For Immediate Release
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Pfizer's experimental COVID-19 vaccine appears to be working. The vaccine was found to be more than 90% effective, according to clinical results released by the company earlier this week.
That news comes from an interim analysis of a study involving 43,538 volunteers, 42% of whom had "diverse backgrounds."
Each participant got two injections spaced 21 days apart. The analysis compared the number of cases of COVID-19 among the volunteers getting the vaccine with an approximately equal sized group of volunteers who got an injection of a liquid that didn't contain the vaccine.
In a news release from Pfizer and its partner BioNTech, the company said results from 94 evaluable cases of COVID-19 among study participants indicated the vaccine is more than 90% effective in preventing COVID-19. The Food and Drug Administration set a minimum effectiveness bar at 50%. This is the first COVID-19 vaccine in development to have data showing that it exceeded that mark.
"Greater than 90% efficacy at preventing disease, with 94 COVID-19 cases to evaluate, is an excellent outcome! It would be good to see more of the data, but those are very convincing numbers." While promising, this analysis alone does not provide enough information about the vaccine for Pfizer to ask the FDA for permission to distribute it.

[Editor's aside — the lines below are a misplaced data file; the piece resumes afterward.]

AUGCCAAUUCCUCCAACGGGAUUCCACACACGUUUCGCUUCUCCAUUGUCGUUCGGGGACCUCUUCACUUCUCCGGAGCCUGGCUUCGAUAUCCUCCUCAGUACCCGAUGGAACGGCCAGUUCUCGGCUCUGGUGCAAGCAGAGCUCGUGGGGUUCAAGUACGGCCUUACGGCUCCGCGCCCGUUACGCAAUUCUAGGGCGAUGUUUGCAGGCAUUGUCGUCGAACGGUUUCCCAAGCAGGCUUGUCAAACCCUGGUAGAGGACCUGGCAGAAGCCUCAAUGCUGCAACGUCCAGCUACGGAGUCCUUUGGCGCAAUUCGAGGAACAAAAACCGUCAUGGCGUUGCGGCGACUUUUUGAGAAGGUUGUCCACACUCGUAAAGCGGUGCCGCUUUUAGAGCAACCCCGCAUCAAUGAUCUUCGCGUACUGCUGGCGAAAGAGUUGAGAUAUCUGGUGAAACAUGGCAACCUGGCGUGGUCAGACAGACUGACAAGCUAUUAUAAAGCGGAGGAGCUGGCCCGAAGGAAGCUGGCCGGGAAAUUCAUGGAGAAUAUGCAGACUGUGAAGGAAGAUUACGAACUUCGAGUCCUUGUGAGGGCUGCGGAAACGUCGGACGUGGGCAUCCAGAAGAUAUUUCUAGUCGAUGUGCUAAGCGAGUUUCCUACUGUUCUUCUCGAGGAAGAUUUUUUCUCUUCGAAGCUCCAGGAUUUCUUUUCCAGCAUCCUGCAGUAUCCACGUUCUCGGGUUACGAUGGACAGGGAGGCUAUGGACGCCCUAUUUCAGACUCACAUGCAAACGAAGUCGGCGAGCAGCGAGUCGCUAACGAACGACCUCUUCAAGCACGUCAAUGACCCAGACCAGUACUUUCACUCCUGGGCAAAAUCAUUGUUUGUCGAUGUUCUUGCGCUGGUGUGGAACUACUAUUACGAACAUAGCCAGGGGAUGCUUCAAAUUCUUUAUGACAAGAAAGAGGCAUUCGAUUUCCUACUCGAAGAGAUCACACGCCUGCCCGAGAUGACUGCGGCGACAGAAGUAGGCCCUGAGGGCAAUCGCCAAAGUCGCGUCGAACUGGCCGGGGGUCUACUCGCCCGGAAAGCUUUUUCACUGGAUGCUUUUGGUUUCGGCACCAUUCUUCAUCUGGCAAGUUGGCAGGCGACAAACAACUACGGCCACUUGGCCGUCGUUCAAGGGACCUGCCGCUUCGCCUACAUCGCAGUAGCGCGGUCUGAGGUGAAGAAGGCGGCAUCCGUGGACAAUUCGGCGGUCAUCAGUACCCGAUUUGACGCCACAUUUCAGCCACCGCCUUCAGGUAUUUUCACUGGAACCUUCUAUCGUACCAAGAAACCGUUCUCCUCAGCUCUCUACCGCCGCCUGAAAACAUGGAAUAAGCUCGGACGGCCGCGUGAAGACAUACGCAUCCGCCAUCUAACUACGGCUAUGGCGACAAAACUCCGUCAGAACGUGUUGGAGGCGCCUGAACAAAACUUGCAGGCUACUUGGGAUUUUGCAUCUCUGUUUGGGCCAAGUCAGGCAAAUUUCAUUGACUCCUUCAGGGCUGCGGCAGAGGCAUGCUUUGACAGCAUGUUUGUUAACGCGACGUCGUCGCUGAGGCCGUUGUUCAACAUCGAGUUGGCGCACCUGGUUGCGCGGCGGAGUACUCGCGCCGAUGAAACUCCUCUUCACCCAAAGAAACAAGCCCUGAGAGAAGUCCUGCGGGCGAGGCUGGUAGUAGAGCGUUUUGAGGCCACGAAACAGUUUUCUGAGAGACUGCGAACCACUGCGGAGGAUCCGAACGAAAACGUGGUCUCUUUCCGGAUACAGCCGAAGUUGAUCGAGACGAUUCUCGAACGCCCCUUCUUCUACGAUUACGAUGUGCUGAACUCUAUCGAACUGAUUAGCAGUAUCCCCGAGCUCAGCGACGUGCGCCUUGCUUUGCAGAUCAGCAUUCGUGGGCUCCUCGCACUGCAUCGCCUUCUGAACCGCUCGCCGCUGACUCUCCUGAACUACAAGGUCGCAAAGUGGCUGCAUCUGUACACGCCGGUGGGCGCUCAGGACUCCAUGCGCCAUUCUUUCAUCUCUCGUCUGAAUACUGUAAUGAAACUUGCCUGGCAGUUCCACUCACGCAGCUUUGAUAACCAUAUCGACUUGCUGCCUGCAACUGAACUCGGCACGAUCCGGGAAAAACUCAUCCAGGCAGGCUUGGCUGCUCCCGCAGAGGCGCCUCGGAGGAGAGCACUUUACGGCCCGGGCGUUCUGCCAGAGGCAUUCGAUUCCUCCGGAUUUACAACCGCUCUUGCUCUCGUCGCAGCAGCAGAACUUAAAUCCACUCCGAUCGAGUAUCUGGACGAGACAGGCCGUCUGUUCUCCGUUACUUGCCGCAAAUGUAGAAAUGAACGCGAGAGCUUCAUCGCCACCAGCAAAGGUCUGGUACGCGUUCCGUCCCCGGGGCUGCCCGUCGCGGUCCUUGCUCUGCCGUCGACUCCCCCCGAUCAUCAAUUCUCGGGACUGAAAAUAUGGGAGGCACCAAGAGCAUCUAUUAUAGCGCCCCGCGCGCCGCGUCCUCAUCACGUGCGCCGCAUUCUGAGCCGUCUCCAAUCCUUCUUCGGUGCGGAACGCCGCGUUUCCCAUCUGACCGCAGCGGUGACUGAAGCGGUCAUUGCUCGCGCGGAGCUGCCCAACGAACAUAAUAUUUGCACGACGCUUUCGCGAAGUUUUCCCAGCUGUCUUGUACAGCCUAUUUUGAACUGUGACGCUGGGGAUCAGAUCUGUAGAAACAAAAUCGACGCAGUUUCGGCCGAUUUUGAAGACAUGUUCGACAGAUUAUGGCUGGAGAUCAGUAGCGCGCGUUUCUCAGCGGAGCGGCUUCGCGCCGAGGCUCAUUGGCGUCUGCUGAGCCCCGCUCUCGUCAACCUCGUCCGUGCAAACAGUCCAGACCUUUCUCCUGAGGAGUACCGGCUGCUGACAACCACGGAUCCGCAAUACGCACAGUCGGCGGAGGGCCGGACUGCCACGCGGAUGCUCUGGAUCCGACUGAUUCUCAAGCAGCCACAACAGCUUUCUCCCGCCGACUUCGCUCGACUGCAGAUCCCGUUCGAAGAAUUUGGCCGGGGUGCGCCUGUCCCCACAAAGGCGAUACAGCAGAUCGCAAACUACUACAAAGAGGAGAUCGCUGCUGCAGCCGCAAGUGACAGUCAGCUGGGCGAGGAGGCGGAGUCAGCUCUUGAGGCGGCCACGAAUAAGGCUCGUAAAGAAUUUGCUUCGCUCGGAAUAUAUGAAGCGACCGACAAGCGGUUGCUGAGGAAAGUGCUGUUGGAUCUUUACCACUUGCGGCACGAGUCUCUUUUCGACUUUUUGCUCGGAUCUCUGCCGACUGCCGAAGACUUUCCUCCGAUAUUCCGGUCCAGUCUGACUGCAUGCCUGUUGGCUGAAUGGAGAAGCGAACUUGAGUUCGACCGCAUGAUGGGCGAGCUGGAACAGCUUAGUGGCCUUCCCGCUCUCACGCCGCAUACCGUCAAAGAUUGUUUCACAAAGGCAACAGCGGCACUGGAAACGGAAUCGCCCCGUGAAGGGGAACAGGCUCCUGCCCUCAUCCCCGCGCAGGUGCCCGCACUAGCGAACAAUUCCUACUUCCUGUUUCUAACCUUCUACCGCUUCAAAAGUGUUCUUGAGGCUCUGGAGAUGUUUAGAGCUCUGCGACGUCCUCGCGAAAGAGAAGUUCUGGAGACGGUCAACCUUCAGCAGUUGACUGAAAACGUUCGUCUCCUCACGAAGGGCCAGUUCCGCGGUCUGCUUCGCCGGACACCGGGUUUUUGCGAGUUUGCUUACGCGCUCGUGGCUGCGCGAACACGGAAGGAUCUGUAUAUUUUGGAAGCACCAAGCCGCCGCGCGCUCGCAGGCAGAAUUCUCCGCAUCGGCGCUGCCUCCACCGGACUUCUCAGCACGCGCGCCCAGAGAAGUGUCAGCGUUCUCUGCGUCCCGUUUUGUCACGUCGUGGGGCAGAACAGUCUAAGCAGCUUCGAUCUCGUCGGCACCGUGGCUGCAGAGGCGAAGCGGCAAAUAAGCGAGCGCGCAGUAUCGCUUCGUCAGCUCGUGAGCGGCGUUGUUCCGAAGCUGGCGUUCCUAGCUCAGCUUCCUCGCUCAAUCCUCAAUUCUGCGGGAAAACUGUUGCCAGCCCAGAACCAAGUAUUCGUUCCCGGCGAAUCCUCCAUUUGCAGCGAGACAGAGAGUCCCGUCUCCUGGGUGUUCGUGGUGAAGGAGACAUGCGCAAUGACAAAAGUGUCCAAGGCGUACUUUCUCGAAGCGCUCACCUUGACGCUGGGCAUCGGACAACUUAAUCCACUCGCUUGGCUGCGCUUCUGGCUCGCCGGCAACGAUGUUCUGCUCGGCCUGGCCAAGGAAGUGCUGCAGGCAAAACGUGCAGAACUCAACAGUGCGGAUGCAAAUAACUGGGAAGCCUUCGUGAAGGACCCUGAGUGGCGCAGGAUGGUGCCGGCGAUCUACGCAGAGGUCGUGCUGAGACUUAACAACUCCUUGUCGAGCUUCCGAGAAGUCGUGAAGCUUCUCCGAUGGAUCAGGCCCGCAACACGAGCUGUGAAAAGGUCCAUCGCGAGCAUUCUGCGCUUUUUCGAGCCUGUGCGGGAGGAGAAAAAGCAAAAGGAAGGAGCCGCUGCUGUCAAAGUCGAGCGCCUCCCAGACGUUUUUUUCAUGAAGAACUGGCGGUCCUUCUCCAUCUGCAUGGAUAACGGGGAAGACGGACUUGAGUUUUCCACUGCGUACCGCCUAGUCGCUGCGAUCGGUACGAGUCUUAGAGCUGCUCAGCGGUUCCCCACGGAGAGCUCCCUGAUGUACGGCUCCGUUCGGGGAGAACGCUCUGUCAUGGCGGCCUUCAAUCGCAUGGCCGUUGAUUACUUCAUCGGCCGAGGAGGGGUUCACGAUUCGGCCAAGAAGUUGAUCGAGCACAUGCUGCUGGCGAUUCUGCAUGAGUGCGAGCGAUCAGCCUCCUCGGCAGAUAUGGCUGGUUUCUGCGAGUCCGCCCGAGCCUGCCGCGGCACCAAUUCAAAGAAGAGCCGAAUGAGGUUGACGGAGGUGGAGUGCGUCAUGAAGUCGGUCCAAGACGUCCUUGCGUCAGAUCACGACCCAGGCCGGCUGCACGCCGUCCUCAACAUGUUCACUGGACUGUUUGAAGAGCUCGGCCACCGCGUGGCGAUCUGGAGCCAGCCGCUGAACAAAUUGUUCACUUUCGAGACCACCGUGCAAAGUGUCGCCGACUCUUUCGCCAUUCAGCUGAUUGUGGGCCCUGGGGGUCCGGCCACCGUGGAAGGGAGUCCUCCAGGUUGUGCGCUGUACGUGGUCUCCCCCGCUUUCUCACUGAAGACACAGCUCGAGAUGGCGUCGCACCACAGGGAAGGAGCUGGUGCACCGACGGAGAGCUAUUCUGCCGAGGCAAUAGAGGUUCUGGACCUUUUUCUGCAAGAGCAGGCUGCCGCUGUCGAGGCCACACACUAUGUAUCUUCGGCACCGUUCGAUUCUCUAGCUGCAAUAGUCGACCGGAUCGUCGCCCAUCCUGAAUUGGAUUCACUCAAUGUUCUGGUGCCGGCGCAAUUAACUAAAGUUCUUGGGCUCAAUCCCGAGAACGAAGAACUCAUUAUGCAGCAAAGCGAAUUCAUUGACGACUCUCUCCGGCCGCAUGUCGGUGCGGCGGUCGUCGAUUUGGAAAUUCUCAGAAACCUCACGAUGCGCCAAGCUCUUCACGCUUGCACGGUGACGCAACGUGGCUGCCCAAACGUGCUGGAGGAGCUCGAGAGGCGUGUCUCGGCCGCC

The agency has informed manufacturers that it wants a minimum of two months of follow-up data from at least half of the volunteers. The FDA says the reason for that requirement is that most dangerous side effects from a vaccine occur within two months of getting the final injection. Pfizer says that data won't be available until the third week in November.
The company didn't say how serious the COVID-19 cases were that occurred in the study, or whether any of them required hospitalization. Natalie Dean, a biostatistician at University of Florida, says she's cautiously optimistic, but waiting for more data.
"There remain many open questions, such as how well the vaccine is working across different age groups, how well it is preventing infection and severe disease," Dean wrote in an email to NPR. "But for the pre-specified primary endpoint of laboratory-confirmed symptomatic disease across the trial population, the numbers look very good."
The Pfizer vaccine trial is what's known as an event-driven study. It does not last for a specified period of time. Instead, the study will continue and won't be considered complete until it has recorded a total of 164 cases of COVID-19 among all the volunteers.
Download Media Release COVID-19 - November 14, 2020 (PDF)